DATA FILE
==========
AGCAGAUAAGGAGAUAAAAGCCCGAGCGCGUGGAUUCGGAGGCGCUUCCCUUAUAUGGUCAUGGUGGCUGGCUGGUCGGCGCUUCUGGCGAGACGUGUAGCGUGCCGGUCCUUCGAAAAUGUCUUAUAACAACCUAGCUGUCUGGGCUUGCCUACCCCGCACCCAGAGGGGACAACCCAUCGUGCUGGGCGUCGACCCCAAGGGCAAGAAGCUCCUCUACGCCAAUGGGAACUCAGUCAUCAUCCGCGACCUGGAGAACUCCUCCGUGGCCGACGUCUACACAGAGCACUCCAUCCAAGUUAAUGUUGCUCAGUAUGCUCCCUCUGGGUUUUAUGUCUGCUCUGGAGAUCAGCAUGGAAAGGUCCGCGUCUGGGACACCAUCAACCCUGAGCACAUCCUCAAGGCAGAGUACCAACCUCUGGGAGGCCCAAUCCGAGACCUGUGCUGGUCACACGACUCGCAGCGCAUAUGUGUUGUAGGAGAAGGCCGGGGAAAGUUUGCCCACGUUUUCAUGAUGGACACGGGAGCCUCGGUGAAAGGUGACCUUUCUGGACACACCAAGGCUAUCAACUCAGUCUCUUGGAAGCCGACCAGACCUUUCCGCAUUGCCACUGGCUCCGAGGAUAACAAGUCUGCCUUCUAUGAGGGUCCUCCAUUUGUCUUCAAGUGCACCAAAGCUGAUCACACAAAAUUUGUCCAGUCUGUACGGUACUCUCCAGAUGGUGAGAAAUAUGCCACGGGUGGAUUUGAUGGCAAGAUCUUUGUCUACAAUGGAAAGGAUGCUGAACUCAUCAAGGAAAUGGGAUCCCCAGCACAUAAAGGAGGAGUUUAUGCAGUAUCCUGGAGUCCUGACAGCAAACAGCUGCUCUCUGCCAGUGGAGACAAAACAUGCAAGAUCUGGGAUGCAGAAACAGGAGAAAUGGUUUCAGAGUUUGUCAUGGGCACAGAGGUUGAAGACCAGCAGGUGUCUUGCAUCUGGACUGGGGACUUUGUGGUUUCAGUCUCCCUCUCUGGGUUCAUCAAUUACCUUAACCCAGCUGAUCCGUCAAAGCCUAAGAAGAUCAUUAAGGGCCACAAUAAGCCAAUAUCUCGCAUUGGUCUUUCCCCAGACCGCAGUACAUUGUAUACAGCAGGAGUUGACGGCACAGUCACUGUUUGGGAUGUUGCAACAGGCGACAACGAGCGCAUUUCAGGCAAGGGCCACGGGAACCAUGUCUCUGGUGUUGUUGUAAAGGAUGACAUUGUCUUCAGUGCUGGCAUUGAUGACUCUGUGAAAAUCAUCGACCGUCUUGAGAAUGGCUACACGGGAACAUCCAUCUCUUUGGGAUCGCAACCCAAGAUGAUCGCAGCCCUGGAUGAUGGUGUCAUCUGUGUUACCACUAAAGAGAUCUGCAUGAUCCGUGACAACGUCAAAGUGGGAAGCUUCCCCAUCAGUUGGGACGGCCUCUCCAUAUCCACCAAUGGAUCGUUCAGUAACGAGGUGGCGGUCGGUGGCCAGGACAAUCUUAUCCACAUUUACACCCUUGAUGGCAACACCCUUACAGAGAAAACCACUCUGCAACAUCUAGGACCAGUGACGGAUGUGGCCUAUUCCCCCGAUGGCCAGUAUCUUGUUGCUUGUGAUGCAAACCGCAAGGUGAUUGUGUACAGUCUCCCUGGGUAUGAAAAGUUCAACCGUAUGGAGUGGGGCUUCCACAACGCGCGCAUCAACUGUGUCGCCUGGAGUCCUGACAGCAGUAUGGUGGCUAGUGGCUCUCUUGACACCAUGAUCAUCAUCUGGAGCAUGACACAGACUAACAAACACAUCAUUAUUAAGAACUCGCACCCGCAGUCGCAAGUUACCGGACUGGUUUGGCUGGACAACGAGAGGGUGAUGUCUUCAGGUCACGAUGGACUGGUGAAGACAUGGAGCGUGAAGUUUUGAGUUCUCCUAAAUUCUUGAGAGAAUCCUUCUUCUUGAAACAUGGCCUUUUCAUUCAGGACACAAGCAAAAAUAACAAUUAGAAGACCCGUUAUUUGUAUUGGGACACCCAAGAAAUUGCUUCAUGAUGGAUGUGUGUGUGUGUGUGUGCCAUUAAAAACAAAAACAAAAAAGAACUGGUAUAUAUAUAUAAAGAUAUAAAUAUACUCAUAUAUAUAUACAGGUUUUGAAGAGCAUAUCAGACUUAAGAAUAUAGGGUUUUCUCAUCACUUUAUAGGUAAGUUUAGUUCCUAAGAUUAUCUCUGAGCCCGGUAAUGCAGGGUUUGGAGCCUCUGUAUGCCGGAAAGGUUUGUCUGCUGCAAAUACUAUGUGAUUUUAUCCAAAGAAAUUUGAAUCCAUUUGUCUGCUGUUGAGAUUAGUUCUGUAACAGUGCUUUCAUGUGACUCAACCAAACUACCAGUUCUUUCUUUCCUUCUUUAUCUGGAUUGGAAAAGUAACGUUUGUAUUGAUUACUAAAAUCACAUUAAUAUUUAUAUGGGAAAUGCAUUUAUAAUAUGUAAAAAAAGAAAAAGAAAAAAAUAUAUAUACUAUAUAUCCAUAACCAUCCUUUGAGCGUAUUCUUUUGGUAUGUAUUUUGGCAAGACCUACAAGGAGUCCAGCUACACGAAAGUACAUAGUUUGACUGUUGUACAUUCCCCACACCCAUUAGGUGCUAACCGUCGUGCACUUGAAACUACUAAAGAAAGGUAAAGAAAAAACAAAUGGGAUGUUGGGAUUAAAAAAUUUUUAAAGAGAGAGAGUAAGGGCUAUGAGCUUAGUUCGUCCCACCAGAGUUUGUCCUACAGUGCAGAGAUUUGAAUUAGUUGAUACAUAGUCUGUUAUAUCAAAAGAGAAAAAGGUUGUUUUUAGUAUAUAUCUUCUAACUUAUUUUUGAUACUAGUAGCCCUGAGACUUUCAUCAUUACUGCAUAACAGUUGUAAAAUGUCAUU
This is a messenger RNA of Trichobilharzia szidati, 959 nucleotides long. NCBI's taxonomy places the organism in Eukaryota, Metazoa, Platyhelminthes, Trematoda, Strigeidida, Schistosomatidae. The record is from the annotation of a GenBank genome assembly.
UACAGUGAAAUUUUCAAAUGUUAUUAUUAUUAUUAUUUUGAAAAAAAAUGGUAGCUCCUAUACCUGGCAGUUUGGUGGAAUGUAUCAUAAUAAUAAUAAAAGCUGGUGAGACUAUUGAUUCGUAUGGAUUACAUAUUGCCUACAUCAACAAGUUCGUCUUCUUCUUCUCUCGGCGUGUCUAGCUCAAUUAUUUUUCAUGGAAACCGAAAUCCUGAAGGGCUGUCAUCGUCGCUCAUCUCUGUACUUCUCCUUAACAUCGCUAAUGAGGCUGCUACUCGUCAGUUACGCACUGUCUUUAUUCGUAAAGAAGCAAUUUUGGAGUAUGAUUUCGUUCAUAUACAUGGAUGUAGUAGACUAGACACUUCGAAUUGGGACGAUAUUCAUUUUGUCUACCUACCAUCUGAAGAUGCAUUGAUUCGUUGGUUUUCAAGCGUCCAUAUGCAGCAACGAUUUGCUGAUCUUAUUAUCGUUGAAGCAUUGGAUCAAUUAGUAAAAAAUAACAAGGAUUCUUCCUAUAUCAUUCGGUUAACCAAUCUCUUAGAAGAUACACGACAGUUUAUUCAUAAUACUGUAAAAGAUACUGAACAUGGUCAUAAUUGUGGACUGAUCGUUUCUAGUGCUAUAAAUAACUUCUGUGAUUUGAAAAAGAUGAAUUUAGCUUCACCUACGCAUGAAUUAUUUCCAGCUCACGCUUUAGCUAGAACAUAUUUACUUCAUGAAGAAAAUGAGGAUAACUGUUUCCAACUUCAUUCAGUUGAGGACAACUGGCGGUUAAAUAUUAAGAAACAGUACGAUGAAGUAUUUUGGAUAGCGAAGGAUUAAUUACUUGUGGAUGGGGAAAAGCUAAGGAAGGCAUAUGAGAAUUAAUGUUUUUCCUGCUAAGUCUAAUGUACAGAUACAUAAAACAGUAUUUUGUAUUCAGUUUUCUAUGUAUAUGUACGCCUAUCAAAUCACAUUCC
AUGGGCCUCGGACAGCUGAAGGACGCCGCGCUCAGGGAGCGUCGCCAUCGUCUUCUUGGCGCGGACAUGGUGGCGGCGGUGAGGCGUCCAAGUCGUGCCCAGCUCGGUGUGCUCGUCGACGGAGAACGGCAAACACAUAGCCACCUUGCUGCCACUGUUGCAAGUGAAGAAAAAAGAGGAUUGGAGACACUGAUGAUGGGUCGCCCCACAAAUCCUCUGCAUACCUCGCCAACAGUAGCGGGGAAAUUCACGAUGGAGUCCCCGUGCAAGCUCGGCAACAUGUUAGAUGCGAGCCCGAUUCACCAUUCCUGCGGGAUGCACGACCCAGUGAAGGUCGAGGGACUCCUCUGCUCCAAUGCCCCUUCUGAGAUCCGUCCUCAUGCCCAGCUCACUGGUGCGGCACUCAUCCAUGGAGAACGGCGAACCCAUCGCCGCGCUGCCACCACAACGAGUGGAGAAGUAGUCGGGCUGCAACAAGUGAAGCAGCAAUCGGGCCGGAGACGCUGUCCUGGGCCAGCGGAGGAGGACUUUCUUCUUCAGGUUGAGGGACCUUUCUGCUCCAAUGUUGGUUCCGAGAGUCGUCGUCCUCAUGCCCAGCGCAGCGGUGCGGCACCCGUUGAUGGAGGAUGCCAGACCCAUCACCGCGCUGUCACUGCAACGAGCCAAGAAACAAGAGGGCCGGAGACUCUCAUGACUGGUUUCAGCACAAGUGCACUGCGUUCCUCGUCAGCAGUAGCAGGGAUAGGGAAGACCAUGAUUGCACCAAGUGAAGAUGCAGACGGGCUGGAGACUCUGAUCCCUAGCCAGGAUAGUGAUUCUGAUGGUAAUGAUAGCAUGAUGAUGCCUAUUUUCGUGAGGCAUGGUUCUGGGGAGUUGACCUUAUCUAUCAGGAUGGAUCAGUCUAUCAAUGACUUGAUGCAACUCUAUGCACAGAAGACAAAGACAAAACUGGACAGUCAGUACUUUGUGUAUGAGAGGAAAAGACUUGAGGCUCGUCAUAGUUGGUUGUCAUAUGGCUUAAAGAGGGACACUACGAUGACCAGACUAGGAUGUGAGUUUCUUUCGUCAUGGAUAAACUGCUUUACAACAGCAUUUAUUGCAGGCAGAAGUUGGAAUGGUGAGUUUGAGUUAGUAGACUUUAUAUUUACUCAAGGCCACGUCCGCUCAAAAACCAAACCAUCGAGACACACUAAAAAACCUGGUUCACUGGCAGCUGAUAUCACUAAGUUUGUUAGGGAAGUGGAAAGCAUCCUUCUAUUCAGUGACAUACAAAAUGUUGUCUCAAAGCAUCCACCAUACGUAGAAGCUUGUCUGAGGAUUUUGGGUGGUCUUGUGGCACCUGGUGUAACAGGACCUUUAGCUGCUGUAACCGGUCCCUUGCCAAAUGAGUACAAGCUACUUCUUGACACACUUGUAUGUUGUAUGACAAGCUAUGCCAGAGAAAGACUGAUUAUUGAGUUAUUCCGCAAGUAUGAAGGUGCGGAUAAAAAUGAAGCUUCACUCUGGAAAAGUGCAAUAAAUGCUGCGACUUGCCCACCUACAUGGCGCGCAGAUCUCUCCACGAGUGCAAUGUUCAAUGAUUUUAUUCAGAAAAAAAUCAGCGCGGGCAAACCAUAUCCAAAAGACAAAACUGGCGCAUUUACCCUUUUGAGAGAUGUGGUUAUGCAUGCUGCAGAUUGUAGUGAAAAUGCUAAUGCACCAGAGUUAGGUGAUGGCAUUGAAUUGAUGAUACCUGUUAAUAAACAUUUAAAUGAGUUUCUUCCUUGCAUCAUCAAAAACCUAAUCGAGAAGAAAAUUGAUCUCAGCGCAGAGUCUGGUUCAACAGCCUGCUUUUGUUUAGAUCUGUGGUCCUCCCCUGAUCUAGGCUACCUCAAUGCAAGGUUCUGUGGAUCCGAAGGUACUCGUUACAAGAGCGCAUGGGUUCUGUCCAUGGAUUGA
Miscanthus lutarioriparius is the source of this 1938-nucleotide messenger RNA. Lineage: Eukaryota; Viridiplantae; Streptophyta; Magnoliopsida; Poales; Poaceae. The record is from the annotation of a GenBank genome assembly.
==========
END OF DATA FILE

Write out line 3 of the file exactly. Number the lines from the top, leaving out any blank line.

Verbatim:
UACAGUGAAAUUUUCAAAUGUUAUUAUUAUUAUUAUUUUGAAAAAAAAUGGUAGCUCCUAUACCUGGCAGUUUGGUGGAAUGUAUCAUAAUAAUAAUAAAAGCUGGUGAGACUAUUGAUUCGUAUGGAUUACAUAUUGCCUACAUCAACAAGUUCGUCUUCUUCUUCUCUCGGCGUGUCUAGCUCAAUUAUUUUUCAUGGAAACCGAAAUCCUGAAGGGCUGUCAUCGUCGCUCAUCUCUGUACUUCUCCUUAACAUCGCUAAUGAGGCUGCUACUCGUCAGUUACGCACUGUCUUUAUUCGUAAAGAAGCAAUUUUGGAGUAUGAUUUCGUUCAUAUACAUGGAUGUAGUAGACUAGACACUUCGAAUUGGGACGAUAUUCAUUUUGUCUACCUACCAUCUGAAGAUGCAUUGAUUCGUUGGUUUUCAAGCGUCCAUAUGCAGCAACGAUUUGCUGAUCUUAUUAUCGUUGAAGCAUUGGAUCAAUUAGUAAAAAAUAACAAGGAUUCUUCCUAUAUCAUUCGGUUAACCAAUCUCUUAGAAGAUACACGACAGUUUAUUCAUAAUACUGUAAAAGAUACUGAACAUGGUCAUAAUUGUGGACUGAUCGUUUCUAGUGCUAUAAAUAACUUCUGUGAUUUGAAAAAGAUGAAUUUAGCUUCACCUACGCAUGAAUUAUUUCCAGCUCACGCUUUAGCUAGAACAUAUUUACUUCAUGAAGAAAAUGAGGAUAACUGUUUCCAACUUCAUUCAGUUGAGGACAACUGGCGGUUAAAUAUUAAGAAACAGUACGAUGAAGUAUUUUGGAUAGCGAAGGAUUAAUUACUUGUGGAUGGGGAAAAGCUAAGGAAGGCAUAUGAGAAUUAAUGUUUUUCCUGCUAAGUCUAAUGUACAGAUACAUAAAACAGUAUUUUGUAUUCAGUUUUCUAUGUAUAUGUACGCCUAUCAAAUCACAUUCC